It takes a lot of stamina and the ability to handle stress to be a career investment banker. Firms expect their hires to hit the ground running and show a lot of initiative, but perhaps more than anything else, they expect them to put in a lot of hours.
These are both high-level and high-earning jobs, even at entry-level spots. According to 2016 Bureau of Labor Statistics data, the mean salary for a financial analyst was $81,760 per year. The top 10% of analysts earned more than $125,000 per year, and senior analysts at top firms can pull in more than $175,000.
Investment bankers are among the highest-earning professionals in the business community, especially at entry- and mid-level positions. Major banks in New York City often offer $75,000 or more to first-year bankers along with a signing bonus that can add another $25,000. Senior bankers and vice presidents commonly earn more than $250,000 per year.
The financial industry is notorious for offering an inequitable work / life balance to employees. This can be problematic for some financial analysts, but it is perhaps most true for investment bankers.
A study in 2013 suggested that one in three financial analysts worked at least 70 hours per week during their first year on the job. Other estimates place the typical analyst week at 55 hours, but note that financial analysts still receive 20+ paid vacation days per year and rarely have to go into the office on weekends.
Put simply, work life can be very tough for investment bankers, especially associates and other junior-level staff. It is not uncommon for investment bankers to work 80+ hours a week (roughly six 13.5-hour work days) or to always be available via phone or email, even during early morning hours on weekends or vacations.
Except for those who truly do live for their work, the edge in this category goes to financial analysts.
According to the Occupational Outlook Handbook released by the Bureau of Labor Statistics (BLS), the U.S. economy is expected to add an additional 32,100 financial analyst positions between 2016 and 2026. This represents an 11% increase over the decade, which is faster than average for all professions. The BLS credits increased complexity in financial markets and a growing industry for its projected growth.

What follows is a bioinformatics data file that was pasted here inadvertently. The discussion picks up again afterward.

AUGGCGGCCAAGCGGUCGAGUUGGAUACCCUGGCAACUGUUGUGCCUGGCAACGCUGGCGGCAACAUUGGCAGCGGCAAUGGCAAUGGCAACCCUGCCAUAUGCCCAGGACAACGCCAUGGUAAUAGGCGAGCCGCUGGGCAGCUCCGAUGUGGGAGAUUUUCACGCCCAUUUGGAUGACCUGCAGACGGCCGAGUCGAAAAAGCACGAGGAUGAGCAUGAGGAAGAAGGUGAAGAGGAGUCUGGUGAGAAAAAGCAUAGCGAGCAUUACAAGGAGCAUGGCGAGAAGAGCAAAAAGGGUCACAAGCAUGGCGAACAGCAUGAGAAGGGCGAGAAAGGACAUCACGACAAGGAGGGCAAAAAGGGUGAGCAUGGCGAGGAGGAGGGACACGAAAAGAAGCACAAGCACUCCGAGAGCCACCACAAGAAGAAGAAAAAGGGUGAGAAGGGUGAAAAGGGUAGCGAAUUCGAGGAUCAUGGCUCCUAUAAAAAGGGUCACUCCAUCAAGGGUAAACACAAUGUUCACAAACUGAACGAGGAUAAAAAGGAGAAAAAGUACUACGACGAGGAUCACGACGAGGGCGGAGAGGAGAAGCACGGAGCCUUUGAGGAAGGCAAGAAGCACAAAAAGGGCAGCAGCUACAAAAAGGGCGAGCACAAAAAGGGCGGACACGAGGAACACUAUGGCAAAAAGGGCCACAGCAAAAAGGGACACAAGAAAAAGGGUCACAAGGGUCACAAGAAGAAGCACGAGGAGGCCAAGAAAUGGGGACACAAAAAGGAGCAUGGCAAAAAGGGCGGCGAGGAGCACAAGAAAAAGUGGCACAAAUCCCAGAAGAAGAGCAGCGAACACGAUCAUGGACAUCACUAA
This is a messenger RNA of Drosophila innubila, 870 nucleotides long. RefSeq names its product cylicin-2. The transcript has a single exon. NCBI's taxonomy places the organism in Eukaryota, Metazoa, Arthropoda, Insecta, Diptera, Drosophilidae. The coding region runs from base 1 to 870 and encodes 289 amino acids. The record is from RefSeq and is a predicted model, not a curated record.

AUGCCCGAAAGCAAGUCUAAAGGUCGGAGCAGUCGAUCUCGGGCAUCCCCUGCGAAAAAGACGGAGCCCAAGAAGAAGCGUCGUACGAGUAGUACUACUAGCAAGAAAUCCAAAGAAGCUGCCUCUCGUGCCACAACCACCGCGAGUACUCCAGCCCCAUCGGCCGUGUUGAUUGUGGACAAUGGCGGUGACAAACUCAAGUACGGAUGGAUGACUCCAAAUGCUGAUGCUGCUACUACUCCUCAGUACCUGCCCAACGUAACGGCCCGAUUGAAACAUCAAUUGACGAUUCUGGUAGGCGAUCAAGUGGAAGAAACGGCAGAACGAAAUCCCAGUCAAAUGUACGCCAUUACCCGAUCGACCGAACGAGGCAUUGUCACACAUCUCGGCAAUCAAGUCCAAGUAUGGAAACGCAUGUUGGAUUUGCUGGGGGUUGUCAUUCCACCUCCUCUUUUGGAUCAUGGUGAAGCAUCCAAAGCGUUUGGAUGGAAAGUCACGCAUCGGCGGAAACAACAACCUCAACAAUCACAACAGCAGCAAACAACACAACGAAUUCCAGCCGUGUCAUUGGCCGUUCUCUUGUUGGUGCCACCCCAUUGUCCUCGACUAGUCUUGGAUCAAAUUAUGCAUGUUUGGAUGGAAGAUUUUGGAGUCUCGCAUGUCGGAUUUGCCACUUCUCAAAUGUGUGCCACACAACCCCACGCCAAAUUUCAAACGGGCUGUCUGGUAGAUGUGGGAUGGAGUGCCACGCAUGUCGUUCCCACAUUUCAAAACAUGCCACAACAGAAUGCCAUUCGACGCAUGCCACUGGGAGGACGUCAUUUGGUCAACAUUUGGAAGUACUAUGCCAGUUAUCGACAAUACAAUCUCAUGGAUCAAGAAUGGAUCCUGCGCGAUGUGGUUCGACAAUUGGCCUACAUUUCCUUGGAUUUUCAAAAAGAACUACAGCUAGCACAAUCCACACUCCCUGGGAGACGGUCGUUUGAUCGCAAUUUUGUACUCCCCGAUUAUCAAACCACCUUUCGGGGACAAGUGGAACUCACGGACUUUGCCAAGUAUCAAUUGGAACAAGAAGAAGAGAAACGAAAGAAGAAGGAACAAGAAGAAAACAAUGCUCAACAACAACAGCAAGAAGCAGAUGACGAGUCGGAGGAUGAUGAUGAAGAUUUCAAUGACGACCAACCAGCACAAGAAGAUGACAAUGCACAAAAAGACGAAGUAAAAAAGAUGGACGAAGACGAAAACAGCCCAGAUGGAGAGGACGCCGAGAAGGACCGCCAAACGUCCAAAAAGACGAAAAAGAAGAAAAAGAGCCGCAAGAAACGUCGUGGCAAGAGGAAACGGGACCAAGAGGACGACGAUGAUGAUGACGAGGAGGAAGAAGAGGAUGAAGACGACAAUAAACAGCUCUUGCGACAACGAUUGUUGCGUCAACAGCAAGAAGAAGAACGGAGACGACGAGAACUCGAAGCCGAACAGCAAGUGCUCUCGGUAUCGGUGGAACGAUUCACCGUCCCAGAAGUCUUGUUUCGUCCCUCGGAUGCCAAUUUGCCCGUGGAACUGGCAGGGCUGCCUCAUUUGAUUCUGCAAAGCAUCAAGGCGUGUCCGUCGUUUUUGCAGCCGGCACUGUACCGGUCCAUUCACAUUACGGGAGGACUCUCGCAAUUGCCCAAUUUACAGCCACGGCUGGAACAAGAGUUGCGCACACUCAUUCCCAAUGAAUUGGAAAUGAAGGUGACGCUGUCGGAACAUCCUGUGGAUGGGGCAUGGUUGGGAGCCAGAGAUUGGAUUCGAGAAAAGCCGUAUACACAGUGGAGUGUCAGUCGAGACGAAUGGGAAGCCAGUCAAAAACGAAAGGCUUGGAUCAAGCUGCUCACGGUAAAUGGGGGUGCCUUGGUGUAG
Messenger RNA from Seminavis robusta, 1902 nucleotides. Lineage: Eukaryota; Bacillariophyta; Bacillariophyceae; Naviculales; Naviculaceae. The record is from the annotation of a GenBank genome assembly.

The BLS does not offer comparable statistics for investment bankers, but the same dynamics that drive growth for analysts should drive growth for investment bankers.
Which One to Choose
Financial analysts and investment bankers often attract similar candidates, but they are really best suited for different individuals.
Financial analysts serve more like accountants than traders, and this job is best for those who like a consistent workflow and a life away from the office. Investment banking is a career for ambitious people who thrive under pressure and don't mind the long hours. Eventually, investment bankers spend a great deal of time communicating with clients and making crucial decisions for the firm.
Analysts get to spend much more time digging through the actual data and creating models for other members of the team. This kind of work may sound perfect for some workers or very boring to others, so much depends on your individual temperament and work pace.